Of medical students with disabilities:

  • 33.7 percent had ADHD.
  • 21.5 percent had a learning disability.
  • 20.0 percent had a psychological disability.
  • 13.1 percent had a chronic health disability.
  • 3.0 percent were visually impaired.
  • 2.5 percent had difficulties with mobility.
  • 2.2 percent were deaf or hard of hearing.
  • 3.9 percent had other functional impairments.

And while more than 20 percent of Americans have a disability, only 2 percent of practicing physicians do. Most physicians with disabilities become afflicted after completing their training.

The acceptance of and support for medical students and physicians with disabilities continues to grow. In fact, there is an ongoing effort to increase the number of physicians with disabilities as a means of improving care for patients with disabilities.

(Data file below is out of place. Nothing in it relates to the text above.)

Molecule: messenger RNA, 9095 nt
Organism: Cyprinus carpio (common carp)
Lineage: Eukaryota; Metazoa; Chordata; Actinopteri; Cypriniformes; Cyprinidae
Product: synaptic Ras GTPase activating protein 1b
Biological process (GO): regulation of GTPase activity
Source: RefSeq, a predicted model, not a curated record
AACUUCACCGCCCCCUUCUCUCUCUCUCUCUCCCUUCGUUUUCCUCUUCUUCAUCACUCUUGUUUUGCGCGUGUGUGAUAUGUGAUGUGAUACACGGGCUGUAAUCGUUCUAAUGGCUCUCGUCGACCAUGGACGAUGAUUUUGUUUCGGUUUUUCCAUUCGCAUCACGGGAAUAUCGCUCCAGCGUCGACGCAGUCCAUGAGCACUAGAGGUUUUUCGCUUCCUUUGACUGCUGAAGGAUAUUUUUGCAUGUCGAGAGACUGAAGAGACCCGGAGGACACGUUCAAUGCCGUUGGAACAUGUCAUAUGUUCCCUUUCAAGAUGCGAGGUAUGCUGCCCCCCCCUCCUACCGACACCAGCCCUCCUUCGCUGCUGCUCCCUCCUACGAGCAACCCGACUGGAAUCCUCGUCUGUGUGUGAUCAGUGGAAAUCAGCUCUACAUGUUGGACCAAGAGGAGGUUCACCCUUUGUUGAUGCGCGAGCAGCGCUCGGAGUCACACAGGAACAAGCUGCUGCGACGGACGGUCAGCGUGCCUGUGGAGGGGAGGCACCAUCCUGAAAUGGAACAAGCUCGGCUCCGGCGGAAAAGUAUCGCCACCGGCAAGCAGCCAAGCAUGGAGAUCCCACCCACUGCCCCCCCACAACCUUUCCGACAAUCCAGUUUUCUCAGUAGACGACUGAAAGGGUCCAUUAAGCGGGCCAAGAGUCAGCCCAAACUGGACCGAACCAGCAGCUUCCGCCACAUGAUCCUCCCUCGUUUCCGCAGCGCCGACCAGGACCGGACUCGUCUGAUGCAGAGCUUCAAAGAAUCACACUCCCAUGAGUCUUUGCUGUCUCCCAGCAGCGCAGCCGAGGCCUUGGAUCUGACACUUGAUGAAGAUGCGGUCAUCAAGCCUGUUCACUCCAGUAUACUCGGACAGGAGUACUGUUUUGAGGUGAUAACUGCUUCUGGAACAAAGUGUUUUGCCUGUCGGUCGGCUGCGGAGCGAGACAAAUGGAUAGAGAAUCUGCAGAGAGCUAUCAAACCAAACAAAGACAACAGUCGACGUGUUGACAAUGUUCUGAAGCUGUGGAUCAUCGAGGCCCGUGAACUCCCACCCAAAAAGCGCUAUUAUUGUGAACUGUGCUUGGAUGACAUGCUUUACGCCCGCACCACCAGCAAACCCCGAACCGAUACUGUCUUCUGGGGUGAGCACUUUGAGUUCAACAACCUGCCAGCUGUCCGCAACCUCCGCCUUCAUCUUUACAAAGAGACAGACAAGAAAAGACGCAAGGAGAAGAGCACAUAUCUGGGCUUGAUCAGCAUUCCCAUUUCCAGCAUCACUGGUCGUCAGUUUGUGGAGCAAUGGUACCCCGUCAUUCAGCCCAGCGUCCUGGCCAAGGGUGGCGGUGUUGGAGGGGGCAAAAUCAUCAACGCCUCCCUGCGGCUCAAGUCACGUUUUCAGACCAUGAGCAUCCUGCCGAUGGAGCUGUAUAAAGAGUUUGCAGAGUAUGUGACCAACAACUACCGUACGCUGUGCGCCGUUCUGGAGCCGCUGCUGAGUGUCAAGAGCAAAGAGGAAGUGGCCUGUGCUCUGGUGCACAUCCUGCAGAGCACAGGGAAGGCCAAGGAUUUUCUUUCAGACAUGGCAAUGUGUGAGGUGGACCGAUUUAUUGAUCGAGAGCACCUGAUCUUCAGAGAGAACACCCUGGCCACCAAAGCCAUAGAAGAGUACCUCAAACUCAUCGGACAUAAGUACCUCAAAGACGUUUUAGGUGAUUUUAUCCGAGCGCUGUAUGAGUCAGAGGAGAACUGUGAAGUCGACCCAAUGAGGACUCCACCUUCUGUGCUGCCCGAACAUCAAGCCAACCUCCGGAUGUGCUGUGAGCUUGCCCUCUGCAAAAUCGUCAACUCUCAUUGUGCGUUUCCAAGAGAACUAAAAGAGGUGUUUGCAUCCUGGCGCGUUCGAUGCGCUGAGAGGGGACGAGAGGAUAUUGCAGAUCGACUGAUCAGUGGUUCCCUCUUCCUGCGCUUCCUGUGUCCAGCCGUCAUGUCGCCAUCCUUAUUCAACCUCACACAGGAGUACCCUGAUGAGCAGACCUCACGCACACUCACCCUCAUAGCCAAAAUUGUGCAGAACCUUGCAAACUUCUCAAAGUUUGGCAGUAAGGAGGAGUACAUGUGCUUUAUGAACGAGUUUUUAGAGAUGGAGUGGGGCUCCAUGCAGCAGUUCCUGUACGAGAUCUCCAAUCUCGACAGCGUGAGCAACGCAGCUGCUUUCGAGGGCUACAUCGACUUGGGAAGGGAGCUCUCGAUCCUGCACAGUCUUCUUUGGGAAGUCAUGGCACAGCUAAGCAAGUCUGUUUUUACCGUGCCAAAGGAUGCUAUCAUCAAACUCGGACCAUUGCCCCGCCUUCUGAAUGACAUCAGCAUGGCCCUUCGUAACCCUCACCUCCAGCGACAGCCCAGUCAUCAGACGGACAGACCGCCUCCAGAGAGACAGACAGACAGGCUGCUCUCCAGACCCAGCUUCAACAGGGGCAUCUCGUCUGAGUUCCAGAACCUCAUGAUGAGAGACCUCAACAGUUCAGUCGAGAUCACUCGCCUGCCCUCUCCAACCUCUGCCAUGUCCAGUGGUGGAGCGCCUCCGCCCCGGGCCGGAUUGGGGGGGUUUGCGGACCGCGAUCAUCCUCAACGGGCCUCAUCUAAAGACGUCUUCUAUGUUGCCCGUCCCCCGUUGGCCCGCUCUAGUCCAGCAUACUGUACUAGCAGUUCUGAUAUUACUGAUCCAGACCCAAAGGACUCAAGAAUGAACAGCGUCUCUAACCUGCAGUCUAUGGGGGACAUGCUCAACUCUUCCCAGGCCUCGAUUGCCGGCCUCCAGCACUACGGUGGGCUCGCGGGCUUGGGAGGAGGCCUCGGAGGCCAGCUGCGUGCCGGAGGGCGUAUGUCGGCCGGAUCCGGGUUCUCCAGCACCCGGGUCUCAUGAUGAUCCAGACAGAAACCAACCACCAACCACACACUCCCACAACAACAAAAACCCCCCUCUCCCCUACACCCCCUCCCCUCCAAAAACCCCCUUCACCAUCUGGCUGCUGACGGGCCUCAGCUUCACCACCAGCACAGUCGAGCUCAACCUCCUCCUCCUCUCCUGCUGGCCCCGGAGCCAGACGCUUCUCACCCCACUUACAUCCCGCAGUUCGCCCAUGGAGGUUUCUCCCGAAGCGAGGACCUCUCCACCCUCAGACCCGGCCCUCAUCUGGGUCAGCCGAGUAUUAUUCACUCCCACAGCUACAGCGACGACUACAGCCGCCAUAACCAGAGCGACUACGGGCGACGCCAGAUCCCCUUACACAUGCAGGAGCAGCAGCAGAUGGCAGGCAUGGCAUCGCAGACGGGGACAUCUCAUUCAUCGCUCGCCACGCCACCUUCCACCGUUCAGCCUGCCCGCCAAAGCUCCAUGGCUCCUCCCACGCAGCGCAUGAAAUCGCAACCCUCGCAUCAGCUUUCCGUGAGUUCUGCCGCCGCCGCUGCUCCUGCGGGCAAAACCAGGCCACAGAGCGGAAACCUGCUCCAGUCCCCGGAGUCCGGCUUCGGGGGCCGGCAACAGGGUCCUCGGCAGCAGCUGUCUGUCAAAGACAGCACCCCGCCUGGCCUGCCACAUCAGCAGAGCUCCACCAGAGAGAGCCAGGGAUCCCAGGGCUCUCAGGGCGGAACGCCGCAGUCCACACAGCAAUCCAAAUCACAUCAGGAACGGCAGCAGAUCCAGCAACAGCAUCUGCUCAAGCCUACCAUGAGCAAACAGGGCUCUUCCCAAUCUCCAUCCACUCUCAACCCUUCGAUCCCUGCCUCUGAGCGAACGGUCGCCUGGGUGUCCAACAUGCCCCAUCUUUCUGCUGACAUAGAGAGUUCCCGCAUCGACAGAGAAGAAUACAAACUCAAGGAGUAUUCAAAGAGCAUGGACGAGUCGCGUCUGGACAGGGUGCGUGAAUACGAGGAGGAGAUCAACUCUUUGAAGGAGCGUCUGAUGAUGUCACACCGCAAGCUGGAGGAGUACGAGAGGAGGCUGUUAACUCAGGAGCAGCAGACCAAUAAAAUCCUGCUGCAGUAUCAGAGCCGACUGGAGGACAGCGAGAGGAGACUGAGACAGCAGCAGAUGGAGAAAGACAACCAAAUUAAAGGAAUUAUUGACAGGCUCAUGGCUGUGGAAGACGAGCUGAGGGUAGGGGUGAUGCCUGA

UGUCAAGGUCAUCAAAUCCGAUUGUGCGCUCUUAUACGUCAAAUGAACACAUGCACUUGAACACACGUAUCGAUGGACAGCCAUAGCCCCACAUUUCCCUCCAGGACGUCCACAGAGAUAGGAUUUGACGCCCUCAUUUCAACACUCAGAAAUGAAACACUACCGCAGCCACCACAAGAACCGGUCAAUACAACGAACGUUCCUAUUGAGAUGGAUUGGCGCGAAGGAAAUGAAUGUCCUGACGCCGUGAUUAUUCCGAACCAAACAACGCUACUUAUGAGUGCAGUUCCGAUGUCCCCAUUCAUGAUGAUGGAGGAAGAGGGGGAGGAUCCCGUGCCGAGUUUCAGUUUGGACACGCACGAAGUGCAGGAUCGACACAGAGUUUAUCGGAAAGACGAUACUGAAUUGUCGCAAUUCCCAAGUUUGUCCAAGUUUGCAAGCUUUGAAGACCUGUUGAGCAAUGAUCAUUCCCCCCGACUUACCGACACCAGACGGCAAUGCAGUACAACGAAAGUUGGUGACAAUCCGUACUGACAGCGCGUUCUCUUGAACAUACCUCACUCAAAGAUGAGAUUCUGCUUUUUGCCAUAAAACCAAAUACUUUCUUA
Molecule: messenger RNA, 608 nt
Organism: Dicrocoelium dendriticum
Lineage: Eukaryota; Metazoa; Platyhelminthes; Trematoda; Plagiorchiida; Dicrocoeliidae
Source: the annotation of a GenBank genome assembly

“A primary care doctor who shares my exact diagnosis will inarguably always have a better understanding of my life experience than any doctor without disabilities ever could,” wrote Ace Ratcliff.

A well-known disability advocate, Ratcliff herself lives with hypermobile Ehlers-Danlos syndrome.

“Disability is not a tragedy, and its inclusion in the medical workforce is an indisputable necessity for safe, ethical and diverse 21st-century medicine.”

Her work, among many others, has certainly not gone unnoticed.

How the law is becoming more accomodating to disabled doctors

The challenge for aspiring doctors living with disabilities often begins in medical school.

For example, students with disabilities have reported issues such as:

  • Schools not having automatic doors.
  • Schools not making reasonable accommodations for taking tests.